The original Belosselsky-Belozersky palace was built on the corner of the Nevsky Prospect and the Fontanka Canal after designs by the French architect Thomas de Thomon. It was a far smaller building in the french taste with a large private garden and a launch onto the canal, stuccoed and painted in imitation of Parisian limestone.
The original Palace (1747) was built by Prince Mikhail Andreevitch Belosselsky (1702-1755) during the reign of Empress Elizabeth. His son, Prince Alexander Mikhailovitch (1752-1809) expanded the building, buying the adjoining lot on the Fontanka Canal.
A.M. Belosselsky served as Ambassador to Turin, and wrote the lyrics to the first Russian Opera. He was a devoted friend and supporter of the Emperor Paul I, and because of this, in 1800, the ancient title of Prince of Belozersk was revived for him and added to his own, creating the double-barrelled name of Belosselsky-Belozersky.
The palace passed through the hands of successive generations until the mid-nineteenth century, when it became the property of Princess Elena Pavlovna Belosselskaya-Belozerskaya, the widow of Prince Espere B-B, the Great-Grandson of Alexander Mikhailovitch. Inheriting a not insubstantial fortune of her own through her family the Bibikovs, Elena Pavlovna decided to tear down the original building, and erect a new palace, which was to be built by court architect Stackenscheider.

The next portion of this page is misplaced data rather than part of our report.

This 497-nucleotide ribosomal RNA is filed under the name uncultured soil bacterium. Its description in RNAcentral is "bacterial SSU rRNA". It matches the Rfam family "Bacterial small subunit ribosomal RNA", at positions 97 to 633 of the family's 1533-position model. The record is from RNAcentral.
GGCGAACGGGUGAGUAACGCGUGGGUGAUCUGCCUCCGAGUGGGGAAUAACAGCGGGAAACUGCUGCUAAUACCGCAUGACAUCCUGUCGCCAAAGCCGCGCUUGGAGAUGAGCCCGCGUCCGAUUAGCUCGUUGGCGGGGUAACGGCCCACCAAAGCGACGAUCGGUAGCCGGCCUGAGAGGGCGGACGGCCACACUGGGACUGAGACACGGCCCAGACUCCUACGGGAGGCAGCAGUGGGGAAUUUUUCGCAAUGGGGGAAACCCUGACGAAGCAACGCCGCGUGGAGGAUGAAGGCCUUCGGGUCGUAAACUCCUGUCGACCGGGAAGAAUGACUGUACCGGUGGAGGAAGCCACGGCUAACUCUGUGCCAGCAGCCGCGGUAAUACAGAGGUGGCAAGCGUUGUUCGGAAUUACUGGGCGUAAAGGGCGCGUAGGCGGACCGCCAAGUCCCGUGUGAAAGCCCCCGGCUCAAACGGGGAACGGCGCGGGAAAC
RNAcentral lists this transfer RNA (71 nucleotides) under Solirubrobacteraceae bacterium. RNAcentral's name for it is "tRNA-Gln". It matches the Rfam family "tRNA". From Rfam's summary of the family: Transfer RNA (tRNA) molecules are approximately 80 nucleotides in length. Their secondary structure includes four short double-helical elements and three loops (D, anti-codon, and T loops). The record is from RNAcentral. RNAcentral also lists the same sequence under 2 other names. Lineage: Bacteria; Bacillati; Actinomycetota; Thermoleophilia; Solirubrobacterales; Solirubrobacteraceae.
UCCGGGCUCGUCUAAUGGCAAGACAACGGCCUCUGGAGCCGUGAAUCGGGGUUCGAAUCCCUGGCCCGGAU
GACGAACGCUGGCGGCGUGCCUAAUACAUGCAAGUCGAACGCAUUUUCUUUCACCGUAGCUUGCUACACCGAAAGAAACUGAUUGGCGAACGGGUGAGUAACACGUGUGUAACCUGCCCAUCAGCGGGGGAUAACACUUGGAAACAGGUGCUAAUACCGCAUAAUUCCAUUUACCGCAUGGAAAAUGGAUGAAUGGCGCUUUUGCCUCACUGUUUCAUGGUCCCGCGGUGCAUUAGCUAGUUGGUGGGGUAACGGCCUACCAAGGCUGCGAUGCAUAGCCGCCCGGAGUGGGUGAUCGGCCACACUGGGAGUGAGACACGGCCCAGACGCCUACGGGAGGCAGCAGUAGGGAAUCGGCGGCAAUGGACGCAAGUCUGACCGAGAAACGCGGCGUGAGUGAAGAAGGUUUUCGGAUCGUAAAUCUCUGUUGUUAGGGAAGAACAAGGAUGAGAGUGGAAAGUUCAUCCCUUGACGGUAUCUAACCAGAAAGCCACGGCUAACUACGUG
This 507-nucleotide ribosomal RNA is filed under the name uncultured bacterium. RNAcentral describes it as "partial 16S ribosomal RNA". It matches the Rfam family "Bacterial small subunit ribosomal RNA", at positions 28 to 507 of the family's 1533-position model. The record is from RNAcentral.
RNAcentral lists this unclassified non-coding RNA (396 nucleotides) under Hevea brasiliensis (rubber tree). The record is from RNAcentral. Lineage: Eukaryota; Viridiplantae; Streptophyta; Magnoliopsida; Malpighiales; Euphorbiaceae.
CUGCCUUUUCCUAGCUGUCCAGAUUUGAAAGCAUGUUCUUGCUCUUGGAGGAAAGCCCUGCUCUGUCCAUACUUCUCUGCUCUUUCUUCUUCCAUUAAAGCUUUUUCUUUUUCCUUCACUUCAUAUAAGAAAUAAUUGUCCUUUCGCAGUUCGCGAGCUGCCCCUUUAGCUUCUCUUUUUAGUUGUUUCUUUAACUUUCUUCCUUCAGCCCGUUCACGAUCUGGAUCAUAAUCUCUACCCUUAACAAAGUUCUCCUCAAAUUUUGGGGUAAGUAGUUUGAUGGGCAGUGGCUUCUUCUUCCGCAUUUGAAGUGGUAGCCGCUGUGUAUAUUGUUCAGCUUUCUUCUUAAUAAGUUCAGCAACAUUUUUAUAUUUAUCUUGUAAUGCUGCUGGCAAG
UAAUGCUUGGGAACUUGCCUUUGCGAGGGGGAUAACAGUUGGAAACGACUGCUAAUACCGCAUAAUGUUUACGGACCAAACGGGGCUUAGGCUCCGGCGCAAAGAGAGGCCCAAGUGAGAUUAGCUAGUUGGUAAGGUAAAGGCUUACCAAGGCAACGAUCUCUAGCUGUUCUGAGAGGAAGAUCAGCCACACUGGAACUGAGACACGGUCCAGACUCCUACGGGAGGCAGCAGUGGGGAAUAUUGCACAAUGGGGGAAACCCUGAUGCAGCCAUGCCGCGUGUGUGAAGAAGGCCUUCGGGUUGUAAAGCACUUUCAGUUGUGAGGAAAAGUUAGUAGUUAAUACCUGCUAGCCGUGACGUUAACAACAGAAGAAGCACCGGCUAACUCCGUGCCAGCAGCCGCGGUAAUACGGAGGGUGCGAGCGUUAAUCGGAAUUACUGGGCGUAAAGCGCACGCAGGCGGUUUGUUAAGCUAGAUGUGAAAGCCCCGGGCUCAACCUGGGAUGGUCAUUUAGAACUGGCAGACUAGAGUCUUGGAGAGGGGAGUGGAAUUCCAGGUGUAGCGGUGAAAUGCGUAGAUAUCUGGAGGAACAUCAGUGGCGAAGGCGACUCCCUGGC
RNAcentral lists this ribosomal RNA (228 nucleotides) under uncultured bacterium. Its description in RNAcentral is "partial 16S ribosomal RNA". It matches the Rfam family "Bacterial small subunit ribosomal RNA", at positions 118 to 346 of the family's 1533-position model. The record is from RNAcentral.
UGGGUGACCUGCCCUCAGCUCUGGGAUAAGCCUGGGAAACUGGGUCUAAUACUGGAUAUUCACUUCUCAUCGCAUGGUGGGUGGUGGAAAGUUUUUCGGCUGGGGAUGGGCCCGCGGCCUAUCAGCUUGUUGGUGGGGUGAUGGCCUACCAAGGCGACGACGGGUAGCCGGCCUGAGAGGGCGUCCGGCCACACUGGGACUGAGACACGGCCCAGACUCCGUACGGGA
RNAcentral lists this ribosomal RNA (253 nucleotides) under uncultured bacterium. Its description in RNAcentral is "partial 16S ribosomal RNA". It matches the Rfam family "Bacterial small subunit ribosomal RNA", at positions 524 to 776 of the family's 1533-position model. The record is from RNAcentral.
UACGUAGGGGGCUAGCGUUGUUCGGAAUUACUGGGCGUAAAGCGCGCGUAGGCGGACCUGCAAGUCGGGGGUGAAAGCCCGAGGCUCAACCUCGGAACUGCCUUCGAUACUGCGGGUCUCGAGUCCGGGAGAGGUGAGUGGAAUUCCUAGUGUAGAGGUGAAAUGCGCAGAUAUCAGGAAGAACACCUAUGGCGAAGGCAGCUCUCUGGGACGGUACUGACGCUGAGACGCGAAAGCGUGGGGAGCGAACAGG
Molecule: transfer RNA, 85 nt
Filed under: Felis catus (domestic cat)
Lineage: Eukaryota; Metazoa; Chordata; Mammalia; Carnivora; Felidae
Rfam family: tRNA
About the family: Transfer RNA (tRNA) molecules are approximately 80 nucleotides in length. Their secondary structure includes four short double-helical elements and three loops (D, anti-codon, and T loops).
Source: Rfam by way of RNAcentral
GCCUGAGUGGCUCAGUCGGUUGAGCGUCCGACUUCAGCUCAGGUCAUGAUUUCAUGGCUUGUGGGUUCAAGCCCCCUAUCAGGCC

Because Stackenscheider was official architect to the court, Princess Belosselskaya was forced to petition Emperor Nicholas I for permission to comission his services. This permission was granted, and the B-B palace is the only private commission of Stackenscheider's in the city.
The palace was built in the Russian Baroque revival style, and echoed the architecture of Rastrelli's Stroganov Palace further down the Nevsky Prospect. It was originally painted a clear deep green with white accents, and faux bronze decoration, to harmonize with the Stroganov Palace.
Princess Belosselskya later married Prince Kochubey, and the parties given at the Belosselsky Palace were considered the greatest entertainments ever seen in a private home in the capital.
After her son, Prince Konstantin Esperovitch Belosselsky-Belozersky achieved his majority, the palace became his property. For many years, he lived there with his wife, born Nadezhda Dimitrievna Skobeleva. They had several children, including the beautiful Olga Esperovna, who would later become Princess Orlova and was painted by Serov.
In the late 1870's, the family found themselves living largely at their property on Kresstovsky Island, and the enormous unoccupied palace was a huge drain on their resources.
With the announcement of the engagement of the Grand Duke Serge to Princess Elisabeth of Hesse, Prince Kontstantin Esperovitch approached the Imperial Ministry to offer the palace for sale. The Palace was sold in 1884 to the Grand Duke Sergei.
It was then that the palace was painted the oxide Red which is so associated with the palace. Sergei mounted an extravagant remodeling of the interior, adding a vast library (also used for indoor tennis!), and a slavic revival chapel. After the assassination of the Grand Duke in 1905, the palace became the property of Grand Duchess Elizabeth, who gave it to her ward, Grand Duke Dimitrii Pavlovitch in 1908. He was the last owner of the palace, and ordered it turned into the Anglo-Russian Hospital during the FIrst World War. His heirs are the Illynsky family of Palm Beach, Florida.
The best source of information on the palace is M.P. Tsel'yadt's "Belosselsky-Belozersky Palace" published in Russian by Black and White Press, Saint Petersburg, in 1996.